We are into February and the discussions I hear all around, whether it is in a general meeting or a diabetes specific meeting, the subject remains the same – the NHS is doomed! But how many of us will actually get off our backsides and do anything about it or just choose to sit on the sidelines?

If the media is anything to go by, and often it provides a benchmark of opinion, then a recent poll that was published during mid January by 38 Degrees puts Health Secretary Andrew Lansley at the bottom of the popularity stakes (Figure 1).

The organisation 38 Degrees is formed of a community of UK citizens who act together to create an avalanche for change. They work together to defend fairness, protect rights, promote peace, preserve the planet and deepen democracy. The organisation is independent of all political parties and is funded by members’ donations; it does not accept money from political parties, government or big business. 

The YouGov poll of over 1600 NHS staff is the first independent poll on the NHS plans to be conducted across all the medical professions at a range of management levels, including both clinicians and non-clinicians. 

The poll results reveal the true extent of professional fears over Lansley’s NHS plans. As you can see in Figure 1, the key findings from the poll are staggering and sad. What has happened to our great NHS?

According to the poll, over three-quarters (78%) of NHS professionals think the plans will exclude more people from healthcare, and over half of us (68%) think the plans will lead to people paying for basic services such as ambulances, cancer screening and maternity care.

Sadly, over 70% of healthcare professionals disagree with Lansley’s claims that his plans will lead to cost-efficiency and better patient care – which was the whole point of changing the current structure of the NHS. 

Why is it that even with all the public dissent that the Health and Social Care Bill continues to stagger towards implementation? The gesture of David Cameron’s “listening exercise” last year (Prime Minister’s Office, 2011) served only to increase NHS staff frustration.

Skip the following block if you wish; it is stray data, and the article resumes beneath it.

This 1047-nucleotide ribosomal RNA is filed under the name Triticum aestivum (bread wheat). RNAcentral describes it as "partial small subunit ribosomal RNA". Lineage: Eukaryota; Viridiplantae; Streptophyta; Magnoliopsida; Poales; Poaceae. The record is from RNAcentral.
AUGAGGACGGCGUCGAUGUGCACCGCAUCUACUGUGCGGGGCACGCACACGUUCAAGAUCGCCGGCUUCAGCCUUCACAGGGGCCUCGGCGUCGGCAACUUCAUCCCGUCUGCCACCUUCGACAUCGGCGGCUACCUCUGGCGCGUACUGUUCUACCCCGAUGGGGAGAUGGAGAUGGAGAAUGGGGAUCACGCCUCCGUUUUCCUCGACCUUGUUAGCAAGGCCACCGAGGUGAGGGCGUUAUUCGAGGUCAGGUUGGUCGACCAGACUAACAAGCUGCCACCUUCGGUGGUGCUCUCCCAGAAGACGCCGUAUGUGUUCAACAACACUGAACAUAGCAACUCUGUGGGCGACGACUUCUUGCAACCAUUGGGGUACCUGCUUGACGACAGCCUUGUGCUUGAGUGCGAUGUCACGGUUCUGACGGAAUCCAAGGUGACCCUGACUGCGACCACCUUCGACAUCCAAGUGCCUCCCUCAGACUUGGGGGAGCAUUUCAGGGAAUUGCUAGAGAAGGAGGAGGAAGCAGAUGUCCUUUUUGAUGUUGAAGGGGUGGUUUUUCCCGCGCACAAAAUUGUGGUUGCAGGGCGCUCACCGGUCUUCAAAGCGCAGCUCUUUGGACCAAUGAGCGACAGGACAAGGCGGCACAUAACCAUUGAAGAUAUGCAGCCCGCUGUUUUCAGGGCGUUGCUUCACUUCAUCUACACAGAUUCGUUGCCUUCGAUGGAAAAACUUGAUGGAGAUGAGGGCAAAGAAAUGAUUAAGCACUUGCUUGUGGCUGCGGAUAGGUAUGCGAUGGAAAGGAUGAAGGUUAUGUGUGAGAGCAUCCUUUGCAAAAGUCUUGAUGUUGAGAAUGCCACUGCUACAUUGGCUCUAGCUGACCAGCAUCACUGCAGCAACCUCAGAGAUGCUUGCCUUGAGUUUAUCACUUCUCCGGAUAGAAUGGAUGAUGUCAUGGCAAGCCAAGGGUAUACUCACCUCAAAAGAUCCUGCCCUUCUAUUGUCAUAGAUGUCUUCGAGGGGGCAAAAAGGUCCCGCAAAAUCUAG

David Babbs, executive director of 38 Degrees, said: “38 Degrees members have been telling Andrew Lansley to stop ploughing on regardless and to start listening to the concerns of the public and healthcare professionals. Time and again Lansley’s tried to claim that the silent majority of NHS staff support him. This poll shows that’s not true.”

Dr Helena McKeown a senior GP from Wiltshire said: “This poll shows what anyone who works in the NHS has known for months – Lansley’s plans are a disaster for patients; 84% have no confidence that the right balance between competition and collaboration will be struck as Lansley claims, so it’s no surprise that only 13% of NHS staff surveyed think he’s doing a good job – he’s not.” 

Do you agree? Now is the time for all NHS staff to stand up and speak out. We are advocates for everyone with diabetes, and if we do not raise our voices now, we may well live to regret it if the fundamental principles of our great public health system and universal access to free care are lost to future generations.

REFERENCES:

38 Degrees (2012) YouGov poll: NHS workers. 38 Degrees, London. Available at: http://bit.ly/w99zH5 (accessed 31.01.12). 
Prime Minister’s Office (2011) Government launches NHS “listening exercise”. Prime Minister’s Office, London. Available at: http://bit.ly/yyfGC9 (accessed 06.02.12)